In order to be effective as a revenue manager, you need to be multi-tasking. It might seem overwhelming in the beginning but once you get used to these activities, it should be smooth sailing. The overall impact of doing these will ultimately contribute to your revenue optimization strategies, and a proper implementation of a revenue management culture.
Being a revenue manager or effectively applying a revenue management culture is never easy. There are quite a number of tasks. For me, the ones below are the most essential daily tasks a revenue manager should always have on a checklist:
How did you finish last night? What was the variance between your forecast and your actual? Are you within an acceptable variance range, say 5%? If not, what went wrong? A revenue manager needs to make sure that the correct data is used when forecasting.
Market Segment Analysis
Check which segment was the best producer. How was the performance compared to the same day last week? Are you seeing a trend? Are you meeting the budget for your segments? Continuous analysis of your different segments can help you find out whether your efforts are effective in terms of increasing production. This can also aid you in recognizing whether you do have the correct market segmentation.
What was the best producing channel? What was your cost of acquisition? Are you optimizing your most cost effective channel? Revenue managers do not only focus on revenue, but also on being cost efficient. Strategies should be concentrated on channels that would yield the highest revenue with least amount of cost. Of course, this doesn’t mean that you should always choose the option with the lowest monetary cost. Cost here can be many things, including missing the chance for a bigger opportunity in the future.
Did they change their advance purchase rate offer? Before touching your setup, analyze your production of best available rate first. Are they introducing a new promotion? Before introducing something similar, ask yourself if you really need it. Observing your competitors can give you ideas on what promotion or strategies you can implement that can yield you better revenues, but take what they are doing with a grain of salt.
How much actual reservations did you achieve last night? Are you spotting a trend when you consider the last few days, or the last few weeks? Analyzing your pick-up can support your decisions on how to effectively optimize overbooking opportunities.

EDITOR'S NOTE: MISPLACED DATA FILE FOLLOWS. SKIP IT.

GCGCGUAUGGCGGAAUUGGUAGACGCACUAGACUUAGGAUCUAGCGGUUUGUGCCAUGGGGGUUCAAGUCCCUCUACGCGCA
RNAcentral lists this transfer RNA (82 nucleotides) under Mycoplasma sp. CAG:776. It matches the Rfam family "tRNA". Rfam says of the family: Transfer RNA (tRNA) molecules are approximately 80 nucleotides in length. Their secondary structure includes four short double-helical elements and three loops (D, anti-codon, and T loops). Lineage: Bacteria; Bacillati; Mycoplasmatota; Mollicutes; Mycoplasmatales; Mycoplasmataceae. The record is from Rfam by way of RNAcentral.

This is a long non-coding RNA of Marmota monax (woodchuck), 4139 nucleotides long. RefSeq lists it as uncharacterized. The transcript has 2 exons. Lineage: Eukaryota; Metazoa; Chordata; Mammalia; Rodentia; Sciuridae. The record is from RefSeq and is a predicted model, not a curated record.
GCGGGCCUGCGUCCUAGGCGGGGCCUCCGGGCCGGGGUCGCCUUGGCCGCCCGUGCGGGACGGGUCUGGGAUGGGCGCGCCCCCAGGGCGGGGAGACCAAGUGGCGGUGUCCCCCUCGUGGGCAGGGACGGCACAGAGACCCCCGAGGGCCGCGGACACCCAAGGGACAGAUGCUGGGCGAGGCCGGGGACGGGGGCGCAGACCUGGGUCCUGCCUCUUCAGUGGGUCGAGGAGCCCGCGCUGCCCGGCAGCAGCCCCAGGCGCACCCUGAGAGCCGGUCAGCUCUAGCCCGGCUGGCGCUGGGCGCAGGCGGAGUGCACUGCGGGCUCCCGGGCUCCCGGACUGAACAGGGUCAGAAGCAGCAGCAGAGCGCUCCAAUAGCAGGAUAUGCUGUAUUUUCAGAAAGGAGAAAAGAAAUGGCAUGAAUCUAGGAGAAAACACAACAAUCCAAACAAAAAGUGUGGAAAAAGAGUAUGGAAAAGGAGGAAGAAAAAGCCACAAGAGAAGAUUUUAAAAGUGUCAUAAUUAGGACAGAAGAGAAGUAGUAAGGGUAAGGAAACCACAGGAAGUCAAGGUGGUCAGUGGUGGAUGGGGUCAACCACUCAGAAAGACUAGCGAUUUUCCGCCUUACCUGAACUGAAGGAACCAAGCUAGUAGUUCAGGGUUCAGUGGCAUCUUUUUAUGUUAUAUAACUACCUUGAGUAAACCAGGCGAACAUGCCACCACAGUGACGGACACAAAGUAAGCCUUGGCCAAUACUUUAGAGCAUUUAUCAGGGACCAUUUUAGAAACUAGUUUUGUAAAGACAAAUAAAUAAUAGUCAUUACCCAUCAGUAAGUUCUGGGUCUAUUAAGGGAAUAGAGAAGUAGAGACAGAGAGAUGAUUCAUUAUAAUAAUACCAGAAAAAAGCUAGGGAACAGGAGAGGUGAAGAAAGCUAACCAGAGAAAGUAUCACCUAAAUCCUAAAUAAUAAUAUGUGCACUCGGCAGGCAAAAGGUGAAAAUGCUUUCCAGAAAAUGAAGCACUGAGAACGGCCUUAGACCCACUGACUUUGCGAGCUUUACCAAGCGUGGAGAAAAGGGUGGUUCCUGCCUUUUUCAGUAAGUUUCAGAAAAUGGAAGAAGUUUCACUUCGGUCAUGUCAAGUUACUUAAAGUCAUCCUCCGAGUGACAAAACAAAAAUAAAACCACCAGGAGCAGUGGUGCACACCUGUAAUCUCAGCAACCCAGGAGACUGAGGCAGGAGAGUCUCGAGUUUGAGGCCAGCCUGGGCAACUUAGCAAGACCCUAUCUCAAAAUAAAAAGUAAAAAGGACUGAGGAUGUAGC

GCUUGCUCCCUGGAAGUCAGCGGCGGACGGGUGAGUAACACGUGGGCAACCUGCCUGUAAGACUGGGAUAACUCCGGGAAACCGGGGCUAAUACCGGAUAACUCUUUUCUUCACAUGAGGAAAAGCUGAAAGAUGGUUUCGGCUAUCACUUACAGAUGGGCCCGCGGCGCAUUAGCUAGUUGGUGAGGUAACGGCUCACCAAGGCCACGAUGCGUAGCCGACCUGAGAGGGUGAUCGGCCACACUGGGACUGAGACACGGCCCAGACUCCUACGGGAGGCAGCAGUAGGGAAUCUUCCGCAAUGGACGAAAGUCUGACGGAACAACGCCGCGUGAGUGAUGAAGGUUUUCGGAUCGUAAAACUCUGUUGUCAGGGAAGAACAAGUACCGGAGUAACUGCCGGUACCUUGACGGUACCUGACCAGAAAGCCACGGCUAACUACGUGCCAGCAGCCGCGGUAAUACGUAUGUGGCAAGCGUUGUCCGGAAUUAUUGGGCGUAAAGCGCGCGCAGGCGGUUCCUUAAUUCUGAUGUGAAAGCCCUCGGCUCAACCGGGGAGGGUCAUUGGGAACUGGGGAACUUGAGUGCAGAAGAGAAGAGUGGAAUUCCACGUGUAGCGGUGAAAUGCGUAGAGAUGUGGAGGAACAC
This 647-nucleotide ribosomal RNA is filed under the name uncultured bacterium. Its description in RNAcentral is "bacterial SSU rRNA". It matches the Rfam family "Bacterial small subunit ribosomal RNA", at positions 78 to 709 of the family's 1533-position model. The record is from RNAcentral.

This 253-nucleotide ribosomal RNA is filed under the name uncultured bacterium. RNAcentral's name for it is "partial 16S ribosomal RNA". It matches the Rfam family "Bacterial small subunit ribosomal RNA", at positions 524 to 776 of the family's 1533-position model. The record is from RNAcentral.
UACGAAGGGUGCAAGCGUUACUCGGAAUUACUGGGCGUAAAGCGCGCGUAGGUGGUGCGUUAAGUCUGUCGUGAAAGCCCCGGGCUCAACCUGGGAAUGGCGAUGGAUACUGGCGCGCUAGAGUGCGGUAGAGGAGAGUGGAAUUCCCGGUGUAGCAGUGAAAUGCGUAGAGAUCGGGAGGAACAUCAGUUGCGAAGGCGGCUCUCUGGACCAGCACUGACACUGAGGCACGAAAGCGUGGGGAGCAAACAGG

Displacement is rejecting a piece of business to accept another one. A revenue manager should make sure to compute how much business was displaced, if any. Especially during peak seasons, this will help in analyzing if you are accepting the right kind of business into your hotel.
How did you perform compared to same day last year? It will be very helpful for a revenue manager to have a demand calendar as this gives an overall look of how you performed last year. This will also show you how you might perform in the future. Your demand calendar should be updated every time an event impacting your demand can be identified. It will be a very useful tool to guide you in your pricing strategies.
Based on your pick-up, what rates were booked? Were they high? You might want to review your pricing if you see that you are not getting as much pick-up as expected. Maybe you made a wrong assumption on your demand, and priced high too early into the season. This can also result in reverse, wherein rates being booked are too low and you are getting much more pick-up than expected.
It would be good to get an overall feel of your entire reservations. Check on the booking pace, lead days, and day of week booking. See if you can spot a trend.
How is the dashboard looking today? Are there any highlights for today’s briefing? Create a report that can be distributed to all department heads. Use this as your reference for your morning briefing. Make sure that it is easy to understand.
In addition to the above essential daily tasks, I would also recommend that you do a review of below reports either weekly, monthly, quarterly or even before budget creation, for a much better understanding of your hotel performance:
1- Group Trend Reports
2- Price Matrix
3- Unconstrained Demand Statistics
4- Booking Pace
5- Room Type Yield Report
6- 14-Day Outlook
7- 3-Month Outlook
8- Website Analytics
9- Month End Summary Report
10- Annual Budget Template